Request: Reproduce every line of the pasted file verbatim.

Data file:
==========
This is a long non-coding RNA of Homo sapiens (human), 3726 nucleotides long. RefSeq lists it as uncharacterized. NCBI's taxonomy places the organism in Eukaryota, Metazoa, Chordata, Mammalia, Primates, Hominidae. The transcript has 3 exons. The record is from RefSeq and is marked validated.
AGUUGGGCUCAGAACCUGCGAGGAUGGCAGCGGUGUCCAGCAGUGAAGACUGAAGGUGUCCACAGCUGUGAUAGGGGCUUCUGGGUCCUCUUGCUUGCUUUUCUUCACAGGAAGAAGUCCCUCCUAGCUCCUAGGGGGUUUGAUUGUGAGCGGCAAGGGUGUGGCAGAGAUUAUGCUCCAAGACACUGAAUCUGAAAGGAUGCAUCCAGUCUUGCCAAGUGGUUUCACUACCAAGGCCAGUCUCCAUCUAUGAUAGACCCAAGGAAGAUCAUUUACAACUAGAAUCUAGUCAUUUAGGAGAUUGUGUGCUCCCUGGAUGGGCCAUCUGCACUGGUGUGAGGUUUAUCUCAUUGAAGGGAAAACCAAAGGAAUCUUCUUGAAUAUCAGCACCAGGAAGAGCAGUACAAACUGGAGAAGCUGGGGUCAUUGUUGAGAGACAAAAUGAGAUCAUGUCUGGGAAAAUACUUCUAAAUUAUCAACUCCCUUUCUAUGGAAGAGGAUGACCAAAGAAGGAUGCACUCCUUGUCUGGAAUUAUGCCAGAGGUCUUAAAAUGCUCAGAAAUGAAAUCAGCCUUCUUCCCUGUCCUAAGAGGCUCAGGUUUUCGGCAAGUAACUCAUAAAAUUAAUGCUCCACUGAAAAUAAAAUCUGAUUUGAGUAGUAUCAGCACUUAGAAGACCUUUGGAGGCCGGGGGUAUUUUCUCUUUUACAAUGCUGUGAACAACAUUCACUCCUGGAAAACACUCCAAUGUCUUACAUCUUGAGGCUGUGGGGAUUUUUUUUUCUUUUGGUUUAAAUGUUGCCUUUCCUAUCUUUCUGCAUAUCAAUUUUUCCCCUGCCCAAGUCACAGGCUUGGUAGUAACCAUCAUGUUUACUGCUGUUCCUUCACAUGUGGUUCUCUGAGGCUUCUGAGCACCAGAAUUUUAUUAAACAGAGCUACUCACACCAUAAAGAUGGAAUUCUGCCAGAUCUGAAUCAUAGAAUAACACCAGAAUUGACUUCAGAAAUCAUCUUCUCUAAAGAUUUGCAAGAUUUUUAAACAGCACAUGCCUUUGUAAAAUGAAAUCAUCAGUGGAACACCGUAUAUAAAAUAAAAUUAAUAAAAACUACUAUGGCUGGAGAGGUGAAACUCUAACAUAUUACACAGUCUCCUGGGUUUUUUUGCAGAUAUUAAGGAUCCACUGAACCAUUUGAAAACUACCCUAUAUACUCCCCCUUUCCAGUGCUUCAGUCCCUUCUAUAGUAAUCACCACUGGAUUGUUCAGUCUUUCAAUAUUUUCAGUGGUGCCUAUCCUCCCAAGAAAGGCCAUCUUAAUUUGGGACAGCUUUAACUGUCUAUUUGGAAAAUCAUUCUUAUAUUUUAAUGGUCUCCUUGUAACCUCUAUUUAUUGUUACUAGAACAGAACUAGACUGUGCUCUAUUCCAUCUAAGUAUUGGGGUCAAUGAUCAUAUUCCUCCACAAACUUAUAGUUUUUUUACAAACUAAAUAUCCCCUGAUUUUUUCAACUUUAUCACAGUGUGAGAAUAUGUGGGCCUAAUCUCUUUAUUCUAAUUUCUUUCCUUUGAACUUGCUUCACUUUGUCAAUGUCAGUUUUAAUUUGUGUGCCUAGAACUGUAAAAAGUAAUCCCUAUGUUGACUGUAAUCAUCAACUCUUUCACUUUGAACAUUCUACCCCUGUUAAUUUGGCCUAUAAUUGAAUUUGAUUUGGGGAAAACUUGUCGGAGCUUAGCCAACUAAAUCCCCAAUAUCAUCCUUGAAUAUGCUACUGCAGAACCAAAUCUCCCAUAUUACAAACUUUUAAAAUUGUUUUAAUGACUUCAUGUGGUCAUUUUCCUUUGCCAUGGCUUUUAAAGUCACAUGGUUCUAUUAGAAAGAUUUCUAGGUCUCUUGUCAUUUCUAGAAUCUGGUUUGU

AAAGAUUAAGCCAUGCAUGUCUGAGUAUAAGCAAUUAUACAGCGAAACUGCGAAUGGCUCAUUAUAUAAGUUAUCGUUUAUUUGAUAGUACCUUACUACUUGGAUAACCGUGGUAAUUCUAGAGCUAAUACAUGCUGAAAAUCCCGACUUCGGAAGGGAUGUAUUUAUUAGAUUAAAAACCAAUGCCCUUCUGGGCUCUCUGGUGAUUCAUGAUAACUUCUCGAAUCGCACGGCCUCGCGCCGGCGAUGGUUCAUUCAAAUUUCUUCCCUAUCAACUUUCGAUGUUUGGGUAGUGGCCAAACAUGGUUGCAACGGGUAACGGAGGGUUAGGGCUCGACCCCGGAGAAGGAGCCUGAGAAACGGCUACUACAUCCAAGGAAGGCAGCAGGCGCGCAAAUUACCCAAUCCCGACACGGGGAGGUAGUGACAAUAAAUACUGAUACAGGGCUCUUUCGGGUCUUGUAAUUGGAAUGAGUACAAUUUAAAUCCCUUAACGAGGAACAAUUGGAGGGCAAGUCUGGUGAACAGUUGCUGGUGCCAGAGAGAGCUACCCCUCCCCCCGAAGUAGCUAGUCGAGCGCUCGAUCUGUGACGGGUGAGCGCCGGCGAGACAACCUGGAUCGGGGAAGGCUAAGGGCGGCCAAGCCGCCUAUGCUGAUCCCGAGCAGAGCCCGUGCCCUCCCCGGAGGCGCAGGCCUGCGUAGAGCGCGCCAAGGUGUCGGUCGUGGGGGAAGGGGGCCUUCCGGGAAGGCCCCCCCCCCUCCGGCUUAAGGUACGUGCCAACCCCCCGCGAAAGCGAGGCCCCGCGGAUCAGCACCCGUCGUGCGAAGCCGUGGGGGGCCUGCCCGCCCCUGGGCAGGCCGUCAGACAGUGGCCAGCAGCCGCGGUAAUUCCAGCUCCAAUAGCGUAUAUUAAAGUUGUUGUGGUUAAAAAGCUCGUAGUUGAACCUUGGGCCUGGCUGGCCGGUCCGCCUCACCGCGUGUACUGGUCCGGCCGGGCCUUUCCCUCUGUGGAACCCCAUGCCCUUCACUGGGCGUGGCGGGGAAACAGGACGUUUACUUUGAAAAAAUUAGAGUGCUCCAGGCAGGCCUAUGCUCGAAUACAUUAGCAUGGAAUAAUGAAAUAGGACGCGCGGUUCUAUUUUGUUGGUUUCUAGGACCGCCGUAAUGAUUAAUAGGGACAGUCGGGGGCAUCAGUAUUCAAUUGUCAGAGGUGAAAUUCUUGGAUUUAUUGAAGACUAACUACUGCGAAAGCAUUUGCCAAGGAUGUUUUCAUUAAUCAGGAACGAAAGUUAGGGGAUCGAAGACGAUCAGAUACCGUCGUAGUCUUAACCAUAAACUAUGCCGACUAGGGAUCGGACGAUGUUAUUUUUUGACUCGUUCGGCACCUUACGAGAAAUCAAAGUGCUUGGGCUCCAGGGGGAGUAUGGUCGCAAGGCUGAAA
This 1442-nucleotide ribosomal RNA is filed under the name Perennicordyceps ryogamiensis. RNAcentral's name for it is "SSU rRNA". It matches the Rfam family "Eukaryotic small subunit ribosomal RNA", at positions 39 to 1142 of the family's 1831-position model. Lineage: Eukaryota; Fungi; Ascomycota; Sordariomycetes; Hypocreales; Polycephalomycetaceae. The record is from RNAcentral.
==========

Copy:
This is a long non-coding RNA of Homo sapiens (human), 3726 nucleotides long. RefSeq lists it as uncharacterized. NCBI's taxonomy places the organism in Eukaryota, Metazoa, Chordata, Mammalia, Primates, Hominidae. The transcript has 3 exons. The record is from RefSeq and is marked validated.
AGUUGGGCUCAGAACCUGCGAGGAUGGCAGCGGUGUCCAGCAGUGAAGACUGAAGGUGUCCACAGCUGUGAUAGGGGCUUCUGGGUCCUCUUGCUUGCUUUUCUUCACAGGAAGAAGUCCCUCCUAGCUCCUAGGGGGUUUGAUUGUGAGCGGCAAGGGUGUGGCAGAGAUUAUGCUCCAAGACACUGAAUCUGAAAGGAUGCAUCCAGUCUUGCCAAGUGGUUUCACUACCAAGGCCAGUCUCCAUCUAUGAUAGACCCAAGGAAGAUCAUUUACAACUAGAAUCUAGUCAUUUAGGAGAUUGUGUGCUCCCUGGAUGGGCCAUCUGCACUGGUGUGAGGUUUAUCUCAUUGAAGGGAAAACCAAAGGAAUCUUCUUGAAUAUCAGCACCAGGAAGAGCAGUACAAACUGGAGAAGCUGGGGUCAUUGUUGAGAGACAAAAUGAGAUCAUGUCUGGGAAAAUACUUCUAAAUUAUCAACUCCCUUUCUAUGGAAGAGGAUGACCAAAGAAGGAUGCACUCCUUGUCUGGAAUUAUGCCAGAGGUCUUAAAAUGCUCAGAAAUGAAAUCAGCCUUCUUCCCUGUCCUAAGAGGCUCAGGUUUUCGGCAAGUAACUCAUAAAAUUAAUGCUCCACUGAAAAUAAAAUCUGAUUUGAGUAGUAUCAGCACUUAGAAGACCUUUGGAGGCCGGGGGUAUUUUCUCUUUUACAAUGCUGUGAACAACAUUCACUCCUGGAAAACACUCCAAUGUCUUACAUCUUGAGGCUGUGGGGAUUUUUUUUUCUUUUGGUUUAAAUGUUGCCUUUCCUAUCUUUCUGCAUAUCAAUUUUUCCCCUGCCCAAGUCACAGGCUUGGUAGUAACCAUCAUGUUUACUGCUGUUCCUUCACAUGUGGUUCUCUGAGGCUUCUGAGCACCAGAAUUUUAUUAAACAGAGCUACUCACACCAUAAAGAUGGAAUUCUGCCAGAUCUGAAUCAUAGAAUAACACCAGAAUUGACUUCAGAAAUCAUCUUCUCUAAAGAUUUGCAAGAUUUUUAAACAGCACAUGCCUUUGUAAAAUGAAAUCAUCAGUGGAACACCGUAUAUAAAAUAAAAUUAAUAAAAACUACUAUGGCUGGAGAGGUGAAACUCUAACAUAUUACACAGUCUCCUGGGUUUUUUUGCAGAUAUUAAGGAUCCACUGAACCAUUUGAAAACUACCCUAUAUACUCCCCCUUUCCAGUGCUUCAGUCCCUUCUAUAGUAAUCACCACUGGAUUGUUCAGUCUUUCAAUAUUUUCAGUGGUGCCUAUCCUCCCAAGAAAGGCCAUCUUAAUUUGGGACAGCUUUAACUGUCUAUUUGGAAAAUCAUUCUUAUAUUUUAAUGGUCUCCUUGUAACCUCUAUUUAUUGUUACUAGAACAGAACUAGACUGUGCUCUAUUCCAUCUAAGUAUUGGGGUCAAUGAUCAUAUUCCUCCACAAACUUAUAGUUUUUUUACAAACUAAAUAUCCCCUGAUUUUUUCAACUUUAUCACAGUGUGAGAAUAUGUGGGCCUAAUCUCUUUAUUCUAAUUUCUUUCCUUUGAACUUGCUUCACUUUGUCAAUGUCAGUUUUAAUUUGUGUGCCUAGAACUGUAAAAAGUAAUCCCUAUGUUGACUGUAAUCAUCAACUCUUUCACUUUGAACAUUCUACCCCUGUUAAUUUGGCCUAUAAUUGAAUUUGAUUUGGGGAAAACUUGUCGGAGCUUAGCCAACUAAAUCCCCAAUAUCAUCCUUGAAUAUGCUACUGCAGAACCAAAUCUCCCAUAUUACAAACUUUUAAAAUUGUUUUAAUGACUUCAUGUGGUCAUUUUCCUUUGCCAUGGCUUUUAAAGUCACAUGGUUCUAUUAGAAAGAUUUCUAGGUCUCUUGUCAUUUCUAGAAUCUGGUUUGU

AAAGAUUAAGCCAUGCAUGUCUGAGUAUAAGCAAUUAUACAGCGAAACUGCGAAUGGCUCAUUAUAUAAGUUAUCGUUUAUUUGAUAGUACCUUACUACUUGGAUAACCGUGGUAAUUCUAGAGCUAAUACAUGCUGAAAAUCCCGACUUCGGAAGGGAUGUAUUUAUUAGAUUAAAAACCAAUGCCCUUCUGGGCUCUCUGGUGAUUCAUGAUAACUUCUCGAAUCGCACGGCCUCGCGCCGGCGAUGGUUCAUUCAAAUUUCUUCCCUAUCAACUUUCGAUGUUUGGGUAGUGGCCAAACAUGGUUGCAACGGGUAACGGAGGGUUAGGGCUCGACCCCGGAGAAGGAGCCUGAGAAACGGCUACUACAUCCAAGGAAGGCAGCAGGCGCGCAAAUUACCCAAUCCCGACACGGGGAGGUAGUGACAAUAAAUACUGAUACAGGGCUCUUUCGGGUCUUGUAAUUGGAAUGAGUACAAUUUAAAUCCCUUAACGAGGAACAAUUGGAGGGCAAGUCUGGUGAACAGUUGCUGGUGCCAGAGAGAGCUACCCCUCCCCCCGAAGUAGCUAGUCGAGCGCUCGAUCUGUGACGGGUGAGCGCCGGCGAGACAACCUGGAUCGGGGAAGGCUAAGGGCGGCCAAGCCGCCUAUGCUGAUCCCGAGCAGAGCCCGUGCCCUCCCCGGAGGCGCAGGCCUGCGUAGAGCGCGCCAAGGUGUCGGUCGUGGGGGAAGGGGGCCUUCCGGGAAGGCCCCCCCCCCUCCGGCUUAAGGUACGUGCCAACCCCCCGCGAAAGCGAGGCCCCGCGGAUCAGCACCCGUCGUGCGAAGCCGUGGGGGGCCUGCCCGCCCCUGGGCAGGCCGUCAGACAGUGGCCAGCAGCCGCGGUAAUUCCAGCUCCAAUAGCGUAUAUUAAAGUUGUUGUGGUUAAAAAGCUCGUAGUUGAACCUUGGGCCUGGCUGGCCGGUCCGCCUCACCGCGUGUACUGGUCCGGCCGGGCCUUUCCCUCUGUGGAACCCCAUGCCCUUCACUGGGCGUGGCGGGGAAACAGGACGUUUACUUUGAAAAAAUUAGAGUGCUCCAGGCAGGCCUAUGCUCGAAUACAUUAGCAUGGAAUAAUGAAAUAGGACGCGCGGUUCUAUUUUGUUGGUUUCUAGGACCGCCGUAAUGAUUAAUAGGGACAGUCGGGGGCAUCAGUAUUCAAUUGUCAGAGGUGAAAUUCUUGGAUUUAUUGAAGACUAACUACUGCGAAAGCAUUUGCCAAGGAUGUUUUCAUUAAUCAGGAACGAAAGUUAGGGGAUCGAAGACGAUCAGAUACCGUCGUAGUCUUAACCAUAAACUAUGCCGACUAGGGAUCGGACGAUGUUAUUUUUUGACUCGUUCGGCACCUUACGAGAAAUCAAAGUGCUUGGGCUCCAGGGGGAGUAUGGUCGCAAGGCUGAAA
This 1442-nucleotide ribosomal RNA is filed under the name Perennicordyceps ryogamiensis. RNAcentral's name for it is "SSU rRNA". It matches the Rfam family "Eukaryotic small subunit ribosomal RNA", at positions 39 to 1142 of the family's 1831-position model. Lineage: Eukaryota; Fungi; Ascomycota; Sordariomycetes; Hypocreales; Polycephalomycetaceae. The record is from RNAcentral.